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7:44am Sun 22nd Oct, Christopher M.

My motivations for not releasing sample exam solutions are: (many years ago, when I did release some solutions) students became 'obsessed' with those solutions, to the point of rote learning those answers, in the hope that those questions would be repeated on future exam papers. This resulted in students claiming to have been 'robbed' when questions weren't repeated, unable to comprehend what new exam questions were asking (the 'chess' question of 2019 was a good example of this) or, when seeing just a few keywords in similar questions, then answering the wrong question. The overall result, that I have frequently seen, is students performing poorly in exams because they have not studied broadly, or from multiple information sources. If you read the Preface from a few CS textbooks, you can sometimes see similar discussions from the authors as to why they don't release all, or only a few, answers to their end-of-chapter exercises. The programming questions in each exam are, honestly, quite small, not 'tricky', and, as I've shown and stated in workshops, are solved by combining some standard 'templates' of code that you have all seen in workshops and has been provided in sample solutions for labs, workshops, and projects - checking arguments, opening and reading files, dynamically allocating memory, processing directories.... These are all 'things' that you should have on the tip-of-your-tongue, or at least summarised on your double-sided cheat sheet. But you're still required to be able to think on your feet, and you have a wealth of existing materials that you can drawn upon. Thus, I don't believe a marking rubric for the programming questions would provide any value. All would be almost the same: - provides appropriate header files - develops appropriate types and data-structures - correctly allocates dynamic memory - checks for and reports errors - develops approriate function(s) with distinct roles - employs appropriate control structures - the main() function checks command-line arguments and calls required function(s) - required result/answer is reported or returned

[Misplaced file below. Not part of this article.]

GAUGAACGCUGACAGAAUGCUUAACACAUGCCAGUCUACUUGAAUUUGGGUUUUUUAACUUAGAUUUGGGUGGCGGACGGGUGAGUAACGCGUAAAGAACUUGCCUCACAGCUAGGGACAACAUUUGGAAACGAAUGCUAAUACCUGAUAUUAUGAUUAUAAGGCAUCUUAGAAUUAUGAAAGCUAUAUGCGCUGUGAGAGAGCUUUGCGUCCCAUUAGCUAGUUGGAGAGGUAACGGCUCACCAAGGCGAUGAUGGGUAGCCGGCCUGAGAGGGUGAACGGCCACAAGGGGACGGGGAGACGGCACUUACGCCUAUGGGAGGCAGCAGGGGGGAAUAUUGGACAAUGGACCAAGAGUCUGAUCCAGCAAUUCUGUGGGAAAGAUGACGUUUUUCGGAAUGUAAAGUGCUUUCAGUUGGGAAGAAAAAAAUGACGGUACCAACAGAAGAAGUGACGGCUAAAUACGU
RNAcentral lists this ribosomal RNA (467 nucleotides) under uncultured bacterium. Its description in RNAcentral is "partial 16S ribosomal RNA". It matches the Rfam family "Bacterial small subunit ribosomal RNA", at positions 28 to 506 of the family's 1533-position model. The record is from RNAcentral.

> I feel like i cant check if my code works beacuse i dont know what to run to check it all against?
I don't understand this comment. If you really wish to check your attempt (though not required, and would take time well beyond that available in an exam), you can actually type your solutions in and execute them.

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